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admiral allies aphides appeared appointed arms attack Austrian bart Bavaria bill Bonaparte Britain British Cadiz captain cavalry chancellor colonel command conduct continued corps coun court Danube daugh daughter declared ditto duke duty earl elector enemy England Europe exchequer expence Ferrol fire fleet foot force France French army frigates guns Holkar honour horse Ireland Italy John king king of Italy lady land late letter lieutenant lord Melville lord Nelson lordship majesty the emperor majesty's March marshal Soult measure ment minister morning motion naval navy neral night observed occasion officers parliament passed peace person port present prince received regiment respect Robert Calder royal royal marines Russian sail seamen sent ships sion Spain Spanish squadron tain taken ther tion took treaty troops vessels Vienna whole wife William wounded
Page 729 - Nor was it uninteresting to the world, that an experiment should be fairly and fully made, whether freedom of discussion, unaided by power, is not sufficient for the propagation and protection of truth? Whether a government, conducting itself in the true spirit of its constitution, with zeal and purity, and doing no act which it would be unwilling the whole world should witness, can be written down by falsehood and defamation?
Page 728 - Now reduced within limits too narrow for the hunter's state, humanity enjoins us to teach them agriculture and the domestic arts ; to encourage them to that industry which alone can enable them to maintain their place in existence, and to prepare them in time for that state of society which to bodily comforts adds the improvement of the mind and morals.
Page 600 - ... ships, vessels and goods, that are or shall be taken, and to hear and determine the same ; and, according to the course of Admiralty, and the law of nations...
Page 908 - ... intelligible mechanism by which it was carried on, he would perceive in this new observation nothing but an additional reason for doing what he had already done— for referring the construction of the watch to design and to supreme art. If that construction without this property, or, which is the same thing, before this property had been noticed, proved intention and art to have been employed about it, still more strong would the proof appear when he came to the knowledge of this further property,...
Page 908 - The first effect would be to increase his admiration of the contrivance, and his conviction of the consummate skill of the contriver. Whether he regarded the object of the contrivance, the distinct apparatus, the intricate, yet in many parts intelligible, mechanism by which it was carried on, he would perceive in this new observation nothing but an additional reason for doing what he had already done — for referring the construction of the watch to design, and to supreme art.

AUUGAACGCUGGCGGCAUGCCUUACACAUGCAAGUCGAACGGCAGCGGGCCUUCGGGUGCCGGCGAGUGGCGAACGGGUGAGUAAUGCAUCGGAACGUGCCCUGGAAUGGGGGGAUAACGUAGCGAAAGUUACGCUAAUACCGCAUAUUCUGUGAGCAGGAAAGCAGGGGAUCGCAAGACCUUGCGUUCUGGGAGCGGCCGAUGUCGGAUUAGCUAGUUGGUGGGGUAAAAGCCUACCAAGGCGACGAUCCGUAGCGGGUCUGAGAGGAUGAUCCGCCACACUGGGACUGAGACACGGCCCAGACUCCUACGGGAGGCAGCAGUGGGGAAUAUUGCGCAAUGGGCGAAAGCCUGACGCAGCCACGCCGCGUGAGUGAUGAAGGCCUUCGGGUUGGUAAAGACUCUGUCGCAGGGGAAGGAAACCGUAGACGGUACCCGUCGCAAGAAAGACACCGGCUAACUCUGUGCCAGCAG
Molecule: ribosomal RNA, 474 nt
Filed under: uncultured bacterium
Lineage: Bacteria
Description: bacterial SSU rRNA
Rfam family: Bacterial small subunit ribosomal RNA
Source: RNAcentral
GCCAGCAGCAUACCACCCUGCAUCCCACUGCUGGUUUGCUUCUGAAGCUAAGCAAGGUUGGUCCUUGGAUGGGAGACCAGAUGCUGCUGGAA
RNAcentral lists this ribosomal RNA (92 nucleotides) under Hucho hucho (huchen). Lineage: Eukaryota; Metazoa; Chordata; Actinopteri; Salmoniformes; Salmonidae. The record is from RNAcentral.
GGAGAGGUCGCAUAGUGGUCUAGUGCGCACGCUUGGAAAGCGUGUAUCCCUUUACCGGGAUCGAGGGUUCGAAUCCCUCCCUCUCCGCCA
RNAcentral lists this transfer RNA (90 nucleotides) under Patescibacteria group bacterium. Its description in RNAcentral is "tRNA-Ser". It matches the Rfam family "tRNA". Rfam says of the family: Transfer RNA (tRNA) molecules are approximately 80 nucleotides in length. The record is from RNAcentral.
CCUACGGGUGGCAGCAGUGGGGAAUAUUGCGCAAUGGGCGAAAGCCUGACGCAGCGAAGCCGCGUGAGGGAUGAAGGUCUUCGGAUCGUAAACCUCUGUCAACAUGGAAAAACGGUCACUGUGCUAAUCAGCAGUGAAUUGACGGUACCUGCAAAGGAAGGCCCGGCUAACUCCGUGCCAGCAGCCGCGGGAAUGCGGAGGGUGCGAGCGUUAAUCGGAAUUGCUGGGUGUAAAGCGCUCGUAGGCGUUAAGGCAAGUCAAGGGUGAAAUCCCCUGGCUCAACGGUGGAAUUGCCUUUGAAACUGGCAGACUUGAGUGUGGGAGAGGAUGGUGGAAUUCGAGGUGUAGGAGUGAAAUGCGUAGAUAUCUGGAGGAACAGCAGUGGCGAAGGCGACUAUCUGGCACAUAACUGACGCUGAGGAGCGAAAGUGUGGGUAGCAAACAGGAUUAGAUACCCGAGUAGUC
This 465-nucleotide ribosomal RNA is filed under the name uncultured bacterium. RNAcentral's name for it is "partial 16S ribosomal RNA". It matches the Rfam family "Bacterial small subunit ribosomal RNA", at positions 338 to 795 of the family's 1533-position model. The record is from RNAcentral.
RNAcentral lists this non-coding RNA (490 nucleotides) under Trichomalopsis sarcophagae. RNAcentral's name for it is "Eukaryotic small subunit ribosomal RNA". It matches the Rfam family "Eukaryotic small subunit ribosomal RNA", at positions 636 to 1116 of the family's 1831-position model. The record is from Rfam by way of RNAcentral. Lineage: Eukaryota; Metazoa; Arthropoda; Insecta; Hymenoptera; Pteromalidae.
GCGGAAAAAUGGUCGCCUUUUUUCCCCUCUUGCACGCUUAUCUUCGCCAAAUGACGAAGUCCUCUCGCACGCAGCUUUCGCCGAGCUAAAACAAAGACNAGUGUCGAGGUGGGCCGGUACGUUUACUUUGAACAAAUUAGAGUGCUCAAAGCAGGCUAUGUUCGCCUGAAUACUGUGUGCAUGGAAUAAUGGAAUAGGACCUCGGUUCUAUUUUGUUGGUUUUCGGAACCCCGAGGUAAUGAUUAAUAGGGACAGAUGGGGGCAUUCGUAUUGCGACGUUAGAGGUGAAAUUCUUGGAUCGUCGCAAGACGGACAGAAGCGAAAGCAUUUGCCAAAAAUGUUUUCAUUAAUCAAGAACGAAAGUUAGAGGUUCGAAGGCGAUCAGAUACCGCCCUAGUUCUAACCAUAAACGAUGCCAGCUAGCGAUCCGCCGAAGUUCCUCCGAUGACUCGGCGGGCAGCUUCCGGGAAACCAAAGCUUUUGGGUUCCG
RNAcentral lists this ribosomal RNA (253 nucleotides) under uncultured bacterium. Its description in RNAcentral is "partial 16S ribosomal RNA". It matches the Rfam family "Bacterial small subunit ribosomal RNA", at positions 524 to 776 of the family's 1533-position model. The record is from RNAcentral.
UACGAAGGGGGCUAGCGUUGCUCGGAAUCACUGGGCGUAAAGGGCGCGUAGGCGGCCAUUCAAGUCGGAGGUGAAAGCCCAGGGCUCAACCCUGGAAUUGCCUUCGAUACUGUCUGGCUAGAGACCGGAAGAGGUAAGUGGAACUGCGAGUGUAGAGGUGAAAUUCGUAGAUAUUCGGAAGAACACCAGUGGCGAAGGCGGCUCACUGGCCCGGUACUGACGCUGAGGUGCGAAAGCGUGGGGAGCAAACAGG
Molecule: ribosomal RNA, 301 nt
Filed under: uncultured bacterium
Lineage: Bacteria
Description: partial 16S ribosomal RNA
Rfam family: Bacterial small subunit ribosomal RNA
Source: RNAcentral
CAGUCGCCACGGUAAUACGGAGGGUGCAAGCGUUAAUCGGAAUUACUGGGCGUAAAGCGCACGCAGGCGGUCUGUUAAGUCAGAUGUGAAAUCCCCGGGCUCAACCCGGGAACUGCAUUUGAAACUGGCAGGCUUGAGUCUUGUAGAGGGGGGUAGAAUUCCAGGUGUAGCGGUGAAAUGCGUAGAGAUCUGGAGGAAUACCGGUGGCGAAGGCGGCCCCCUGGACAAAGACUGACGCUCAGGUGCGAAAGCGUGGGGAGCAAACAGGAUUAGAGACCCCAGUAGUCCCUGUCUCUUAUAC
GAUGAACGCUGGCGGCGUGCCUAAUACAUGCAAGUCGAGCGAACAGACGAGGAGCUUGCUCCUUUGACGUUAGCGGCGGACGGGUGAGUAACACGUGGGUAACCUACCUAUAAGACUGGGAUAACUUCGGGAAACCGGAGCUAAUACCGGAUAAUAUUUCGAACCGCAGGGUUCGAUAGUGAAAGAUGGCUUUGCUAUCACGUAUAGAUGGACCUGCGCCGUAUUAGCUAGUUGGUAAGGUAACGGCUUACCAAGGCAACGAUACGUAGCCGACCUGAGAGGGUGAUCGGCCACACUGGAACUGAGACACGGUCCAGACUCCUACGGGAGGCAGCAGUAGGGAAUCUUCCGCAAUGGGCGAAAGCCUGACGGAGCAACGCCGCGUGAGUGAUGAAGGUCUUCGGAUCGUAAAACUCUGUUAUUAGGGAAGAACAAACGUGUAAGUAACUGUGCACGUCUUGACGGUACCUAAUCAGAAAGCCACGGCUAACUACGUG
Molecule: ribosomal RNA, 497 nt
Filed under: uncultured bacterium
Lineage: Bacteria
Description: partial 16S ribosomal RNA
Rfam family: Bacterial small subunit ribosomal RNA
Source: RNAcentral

Page 727 - I know that the acquisition of Louisiana has been disapproved by some from a candid apprehension that the enlargement of our territory would endanger its union. But who can limit the extent to which the federative principle may operate effectively ? The larger our association, the less will it be shaken by local passions...
Page 728 - ... they are combated by the habits of their bodies, prejudices of their minds, ignorance, pride, and the influence of interested and crafty individuals among them who feel themselves something in the present order of things and fear to become nothing in any other. These persons inculcate a sanctimonious reverence for the customs of their ancestors; that whatsoever they did must be done through all time; that reason is a false guide, and to advance under its counsel in their physical, moral, or political...
Page 907 - A law presupposes an agent ; for it is only the mode, according .to which an agent proceeds : it implies a power ; for it is the order, according to which that power acts. Without this agent, without this power, which are both distinct from itself, the hue does nothing, is nothing. The expression, " the law of metallic nature...
Page 534 - I immediately stood towards the Enemy with the Squadron, making the needful signals for Battle in the closest order ; and, on closing with them, I made the signal for attacking their centre. When I had reached their rear, I tacked the Squadron in succession ; this brought us close up under their lee, and when our headmost Ships reached their centre the Enemy were tacking in succession ; this obliged me to make again the same manoeuvre, by which I brought on an action, which lasted upwards of four...